Hamlet makes a fashion statement by wearing a woolen Scandinavian type ski hat with flaps hanging down the sides, something the kids in NYC’s ghetto popularized in the 1980s when their dress code had an attitude. Hamlet has such a grungy attitude.
To get a rise out his stepfather Hamlet makes a video called “The Mousetrap” and succeeds in getting his ire by showing it to him along with invited guests, in what appears to be the Guggenheim Art Museum. The video is a comically haphazard avant-garde work by the animator Lewis Klahr, showing a variety of historical film footage.
Hamlet’s main squeeze is the teenager Ophelia (Julia Stiles), who lives in an artist’s loft and suffers from peevishness. She is annoyed by Hamlet’s amorous advances not knowing what to make of them and she is also annoyed by her overbearing father Polonius (Bill Murray), who lectures both to her and her big brother Laertes (Liev Schreiber). The brother coddles her in a brotherly fashion, as all the men seek to control her. Hamlet and Ophelia are a perfectly beautiful looking but obnoxious couple, who are plagued by the modern problem of lack of communication.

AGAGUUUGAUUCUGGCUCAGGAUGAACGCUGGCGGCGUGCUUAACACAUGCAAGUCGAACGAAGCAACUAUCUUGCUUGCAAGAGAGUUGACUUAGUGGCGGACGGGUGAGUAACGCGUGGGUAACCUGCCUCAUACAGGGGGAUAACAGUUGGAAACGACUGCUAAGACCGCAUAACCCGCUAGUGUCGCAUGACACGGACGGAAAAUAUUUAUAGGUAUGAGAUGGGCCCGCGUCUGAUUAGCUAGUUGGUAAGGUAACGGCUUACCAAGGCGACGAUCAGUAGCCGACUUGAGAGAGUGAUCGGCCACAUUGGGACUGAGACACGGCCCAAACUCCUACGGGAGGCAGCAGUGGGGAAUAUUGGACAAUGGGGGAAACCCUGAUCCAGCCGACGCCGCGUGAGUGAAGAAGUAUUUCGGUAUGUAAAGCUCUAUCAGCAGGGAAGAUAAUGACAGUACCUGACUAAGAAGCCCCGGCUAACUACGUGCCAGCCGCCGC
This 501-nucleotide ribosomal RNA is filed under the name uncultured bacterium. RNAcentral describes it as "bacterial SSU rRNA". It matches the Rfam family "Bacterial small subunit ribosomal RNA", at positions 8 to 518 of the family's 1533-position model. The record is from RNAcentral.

Hawke is a bland but effective Hamlet; Stiles is a childish and limited Ophelia; Murray is a deliciously hammy Polonius; MacLachlan is a transparently ruthless CEO; Diane Venora is a physically manipulative Gertrude, whose performance brings out both a mother’s anguish for her son and her lust for her husband; Schreiber is simply brilliant as an affecting Laertes, playing his part more in the traditional Shakespearean mode; Sam Shepard makes for a hell of a forceful ghost; while, Steve Zahn is a sleazy Rosencrantz and Dechen Thurman (a relative of Hawke’s) is his sleazy counterpart Guildenstern.